Mistaken identity, farce, forests and weddings – so far, so Shakespearean. But director Jamie Lloyd’s production of Oliver Goldsmith’s 1773 She Stoops to Conquer is much less predictable than all that, replete as it is with singing servants, tongue-tied males and jokes about snobbish Londoners (which made the crowd at the National chortle all the louder, bien sur). This play is never going to be praised for its understated performances (after all, “this is overacting, young gentleman!” as Mr Hardcastle exclaims deep in the final act), but as a boisterous and ultimately delightful romp it’ll be hard to top it this month.
The play centres around Marlow, a foolish and foppish young gentleman who has been sent by his father to woo the beautiful and wealthy Kate Hardcastle (played by Katherine Kelly, of recent Coronation Street fame). He is, however, cripplingly nervous around “well-born” women, and it is not until he is led to believe that Kate’s father, Mr. Hardcastle’s, house is an inn and that Kate herself is a barmaid that he is freed from his social fears and thus able to court Kate successfully. In typical comedic fashion this mistake leads to a whole array of hilarious encounters, but the real success of the play lies in its ability to touch on issues of class and snobbery, and then to dismiss them in order that the romantic unions triumph and happiness is restored.
The cast, on the whole, is a delight. Harry Hadden-Paton excels as the charmingly useless Marlow, and Sophie Thompson, who plays the over-the-top Mrs Hardcastle, earns one heck of a lot of laughs with her mock-posh London accent. However, I particularly enjoyed the performances of the more minor characters – the Hardcastles’ son and typical rustic “booby” Tony Lumpkin (played by David Fynn) and John Heffernan, who plays Marlow’s equally mischievous mate, Hastings. Most critics’ eyes are inevitably on Kate, and Katherine Kelly does little to disappoint here. My only reservation would be that on occasion she seems to try just a little too hard to force the laughs. Kate Hardcastle is a part that requires a delicate balance of feeling and foppery; Kelly’s baser instincts sometimes veer toward the superficial.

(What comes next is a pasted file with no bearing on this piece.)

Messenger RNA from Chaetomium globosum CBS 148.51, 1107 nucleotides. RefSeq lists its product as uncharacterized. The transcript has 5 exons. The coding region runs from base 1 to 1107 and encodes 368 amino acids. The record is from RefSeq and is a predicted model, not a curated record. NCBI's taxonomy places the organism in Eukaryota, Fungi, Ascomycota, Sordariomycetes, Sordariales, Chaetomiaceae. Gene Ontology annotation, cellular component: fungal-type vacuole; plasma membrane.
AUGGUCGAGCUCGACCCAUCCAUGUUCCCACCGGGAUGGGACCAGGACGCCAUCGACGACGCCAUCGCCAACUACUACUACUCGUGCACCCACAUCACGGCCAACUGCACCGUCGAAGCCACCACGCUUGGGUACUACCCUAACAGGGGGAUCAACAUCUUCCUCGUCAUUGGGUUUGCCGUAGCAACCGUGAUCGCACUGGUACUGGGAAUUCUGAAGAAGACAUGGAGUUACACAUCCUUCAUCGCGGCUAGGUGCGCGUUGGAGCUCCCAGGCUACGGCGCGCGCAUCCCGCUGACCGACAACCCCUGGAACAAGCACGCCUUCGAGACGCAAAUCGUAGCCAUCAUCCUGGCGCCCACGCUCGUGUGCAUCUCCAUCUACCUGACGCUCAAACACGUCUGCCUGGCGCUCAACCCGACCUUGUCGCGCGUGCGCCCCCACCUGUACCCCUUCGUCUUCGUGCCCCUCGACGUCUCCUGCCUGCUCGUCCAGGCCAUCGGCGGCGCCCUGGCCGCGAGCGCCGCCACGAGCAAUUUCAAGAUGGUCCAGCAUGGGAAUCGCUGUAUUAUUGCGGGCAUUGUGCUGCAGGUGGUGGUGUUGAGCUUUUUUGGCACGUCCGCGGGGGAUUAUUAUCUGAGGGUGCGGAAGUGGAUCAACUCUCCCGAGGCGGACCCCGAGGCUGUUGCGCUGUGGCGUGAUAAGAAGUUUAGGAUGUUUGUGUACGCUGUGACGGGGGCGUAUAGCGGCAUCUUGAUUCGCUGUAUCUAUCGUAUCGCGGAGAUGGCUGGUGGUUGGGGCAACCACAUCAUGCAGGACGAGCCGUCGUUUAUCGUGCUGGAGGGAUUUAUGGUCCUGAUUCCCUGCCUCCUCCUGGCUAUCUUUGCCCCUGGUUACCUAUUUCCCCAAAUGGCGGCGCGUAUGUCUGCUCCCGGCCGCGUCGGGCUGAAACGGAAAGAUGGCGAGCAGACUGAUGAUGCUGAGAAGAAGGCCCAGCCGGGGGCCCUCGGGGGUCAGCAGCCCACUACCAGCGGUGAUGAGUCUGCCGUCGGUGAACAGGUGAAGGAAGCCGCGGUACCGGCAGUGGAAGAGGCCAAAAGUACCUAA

Still, She Stoops to Conquer is a comedy, and it is a near-perfect one at that. The set design is particularly impressive – while in one act we are privy to the Hardcastles’ lovely home with fire and all, in the next we are submerged equally completely into a forest of trees, smoke and moonlight. The play itself has also been brought completely up to date (there are knowing winks from Mrs Hardcastle and jokes with the audience from Hastings), which is no mean feat for the director.
Oliver Goldsmith himself wrote once that: “I am one of the sauntering tribe of mortals who spend the greatest part of their time in taverns, coffee-houses, and other places of public resort. I have thereby an opportunity of observing an infinite variety of characters, which, to a person of a contemplative turn, is a much higher entertainment than a view of all the curiosities of art or nature…”. In saying this, he struck gold. The tavern has always been one of the best places to observe variety, and it would seem that the Hardcastles’ (tavern? Home? Who knows…) is no exception. See this play if you possibly can. It really is a delight.
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